2010 Georgia Code
O.C.G.A. 9-11-60 (2010)
TITLE 9 - CIVIL PRACTICE
CHAPTER 11 - CIVIL PRACTICE ACT
ARTICLE 7 - JUDGMENT
§ 9-11-60 - Relief from judgments
9-11-60. Relief from judgments
(a) Collateral attack. A judgment void on its face may be attacked in any court by any person. In all other instances, judgments shall be subject to attack only by a direct proceeding brought for that purpose in one of the methods prescribed in this Code section.
(b) Methods of direct attack. A judgment may be attacked by motion for a new trial or motion to set aside. Judgments may be attacked by motion only in the court of rendition.
(c) Motion for new trial. A motion for new trial must be predicated upon some intrinsic defect which does not appear upon the face of the record or pleadings.
(d) Motion to set aside. A motion to set aside may be brought to set aside a judgment based upon:
(1) Lack of jurisdiction over the person or the subject matter;
(2) Fraud, accident, or mistake or the acts of the adverse party unmixed with the negligence or fault of the movant; or
(3) A nonamendable defect which appears upon the face of the record or pleadings. Under this paragraph, it is not sufficient that the complaint or other pleading fails to state a claim upon which relief can be granted, but the pleadings must affirmatively show no claim in fact existed.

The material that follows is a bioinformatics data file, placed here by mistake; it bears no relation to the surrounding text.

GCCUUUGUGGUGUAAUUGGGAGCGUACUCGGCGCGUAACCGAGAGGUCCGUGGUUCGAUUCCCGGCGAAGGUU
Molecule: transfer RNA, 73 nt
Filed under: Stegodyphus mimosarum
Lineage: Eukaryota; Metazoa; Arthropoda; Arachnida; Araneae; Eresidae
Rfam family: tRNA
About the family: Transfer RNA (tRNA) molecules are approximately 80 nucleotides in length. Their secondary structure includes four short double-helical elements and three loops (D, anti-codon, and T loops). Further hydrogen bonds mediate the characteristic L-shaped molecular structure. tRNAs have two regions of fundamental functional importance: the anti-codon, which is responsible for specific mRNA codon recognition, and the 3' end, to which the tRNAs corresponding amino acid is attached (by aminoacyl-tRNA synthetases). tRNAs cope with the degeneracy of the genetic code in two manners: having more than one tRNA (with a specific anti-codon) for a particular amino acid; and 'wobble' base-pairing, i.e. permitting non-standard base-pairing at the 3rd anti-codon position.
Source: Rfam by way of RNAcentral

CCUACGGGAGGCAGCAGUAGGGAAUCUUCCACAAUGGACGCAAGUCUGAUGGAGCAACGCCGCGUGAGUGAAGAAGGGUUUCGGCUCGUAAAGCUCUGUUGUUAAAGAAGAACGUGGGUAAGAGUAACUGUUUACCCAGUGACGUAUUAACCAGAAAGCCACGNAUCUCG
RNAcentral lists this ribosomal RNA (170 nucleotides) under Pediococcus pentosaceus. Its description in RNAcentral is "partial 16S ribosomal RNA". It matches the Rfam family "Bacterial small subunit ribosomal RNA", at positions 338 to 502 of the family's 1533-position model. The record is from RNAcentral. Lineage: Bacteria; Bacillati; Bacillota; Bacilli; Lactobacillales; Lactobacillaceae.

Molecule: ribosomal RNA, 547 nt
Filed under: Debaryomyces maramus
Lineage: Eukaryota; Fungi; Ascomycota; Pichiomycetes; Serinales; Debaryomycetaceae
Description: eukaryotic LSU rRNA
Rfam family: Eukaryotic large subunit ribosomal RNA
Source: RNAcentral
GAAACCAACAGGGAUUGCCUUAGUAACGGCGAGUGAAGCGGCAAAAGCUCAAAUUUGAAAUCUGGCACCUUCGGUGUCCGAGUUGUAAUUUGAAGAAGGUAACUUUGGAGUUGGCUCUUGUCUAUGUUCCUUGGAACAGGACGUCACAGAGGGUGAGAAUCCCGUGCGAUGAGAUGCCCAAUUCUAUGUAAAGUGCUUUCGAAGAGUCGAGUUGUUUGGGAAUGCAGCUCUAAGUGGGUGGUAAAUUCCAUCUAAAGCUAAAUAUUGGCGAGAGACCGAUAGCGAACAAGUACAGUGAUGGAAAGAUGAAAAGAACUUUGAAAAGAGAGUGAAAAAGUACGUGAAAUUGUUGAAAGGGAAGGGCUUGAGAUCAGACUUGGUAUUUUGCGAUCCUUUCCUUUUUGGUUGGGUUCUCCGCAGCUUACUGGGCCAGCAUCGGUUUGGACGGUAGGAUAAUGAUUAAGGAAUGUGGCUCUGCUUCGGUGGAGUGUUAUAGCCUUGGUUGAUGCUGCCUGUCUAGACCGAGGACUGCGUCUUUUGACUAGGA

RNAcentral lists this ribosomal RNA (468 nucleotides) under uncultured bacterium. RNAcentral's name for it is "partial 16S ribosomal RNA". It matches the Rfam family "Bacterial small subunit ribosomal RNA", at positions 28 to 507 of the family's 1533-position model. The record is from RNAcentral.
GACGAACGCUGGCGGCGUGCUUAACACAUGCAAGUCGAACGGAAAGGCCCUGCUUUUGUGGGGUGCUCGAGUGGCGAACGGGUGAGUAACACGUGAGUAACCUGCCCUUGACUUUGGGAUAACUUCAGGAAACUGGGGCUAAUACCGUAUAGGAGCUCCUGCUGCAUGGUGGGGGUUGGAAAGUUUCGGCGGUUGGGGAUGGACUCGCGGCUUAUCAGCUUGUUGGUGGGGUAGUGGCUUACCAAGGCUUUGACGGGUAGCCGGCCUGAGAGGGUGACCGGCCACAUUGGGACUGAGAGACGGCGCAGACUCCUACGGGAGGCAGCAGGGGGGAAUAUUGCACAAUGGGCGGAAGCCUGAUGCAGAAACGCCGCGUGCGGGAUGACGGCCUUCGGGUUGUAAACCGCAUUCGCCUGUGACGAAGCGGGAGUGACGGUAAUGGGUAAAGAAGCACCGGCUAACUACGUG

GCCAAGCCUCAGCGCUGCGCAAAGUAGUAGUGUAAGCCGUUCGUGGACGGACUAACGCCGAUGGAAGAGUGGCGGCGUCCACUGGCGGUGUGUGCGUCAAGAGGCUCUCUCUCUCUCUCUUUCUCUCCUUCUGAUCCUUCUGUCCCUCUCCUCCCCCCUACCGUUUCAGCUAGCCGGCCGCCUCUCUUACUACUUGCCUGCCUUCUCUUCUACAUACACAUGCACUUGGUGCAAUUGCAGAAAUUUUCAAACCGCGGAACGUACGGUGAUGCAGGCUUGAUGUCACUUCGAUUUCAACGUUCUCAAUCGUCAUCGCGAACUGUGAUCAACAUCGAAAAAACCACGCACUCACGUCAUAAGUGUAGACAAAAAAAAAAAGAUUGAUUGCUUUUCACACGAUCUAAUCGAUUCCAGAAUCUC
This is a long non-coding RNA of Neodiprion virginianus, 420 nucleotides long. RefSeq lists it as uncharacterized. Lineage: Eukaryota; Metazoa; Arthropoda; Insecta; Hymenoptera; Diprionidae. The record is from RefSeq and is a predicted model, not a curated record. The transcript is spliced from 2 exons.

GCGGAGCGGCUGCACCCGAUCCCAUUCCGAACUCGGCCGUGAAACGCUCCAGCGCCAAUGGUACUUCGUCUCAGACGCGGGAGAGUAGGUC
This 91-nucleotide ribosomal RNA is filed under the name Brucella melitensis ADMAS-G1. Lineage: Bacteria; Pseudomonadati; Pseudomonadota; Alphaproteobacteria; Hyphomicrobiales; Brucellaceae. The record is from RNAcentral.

(e) Complaint in equity. The use of a complaint in equity to set aside a judgment is prohibited.
(f) Procedure; time of relief. Reasonable notice shall be afforded the parties on all motions. Motions to set aside judgments may be served by any means by which an original complaint may be legally served if it cannot be legally served as any other motion. A judgment void because of lack of jurisdiction of the person or subject matter may be attacked at any time. Motions for new trial must be brought within the time prescribed by law. In all other instances, all motions to set aside judgments shall be brought within three years from entry of the judgment complained of.
(g) Clerical mistakes. Clerical mistakes in judgments, orders, or other parts of the record and errors therein arising from oversight or omission may be corrected by the court at any time of its own initiative or on the motion of any party and after such notice, if any, as the court orders.
(h) Law of the case rule. The law of the case rule is abolished; but generally judgments and orders shall not be set aside or modified without just cause and, in setting aside or otherwise modifying judgments and orders, the court shall consider whether rights have vested thereunder and whether or not innocent parties would be injured thereby; provided, however, that any ruling by the Supreme Court or the Court of Appeals in a case shall be binding in all subsequent proceedings in that case in the lower court and in the Supreme Court or the Court of Appeals as the case may be.
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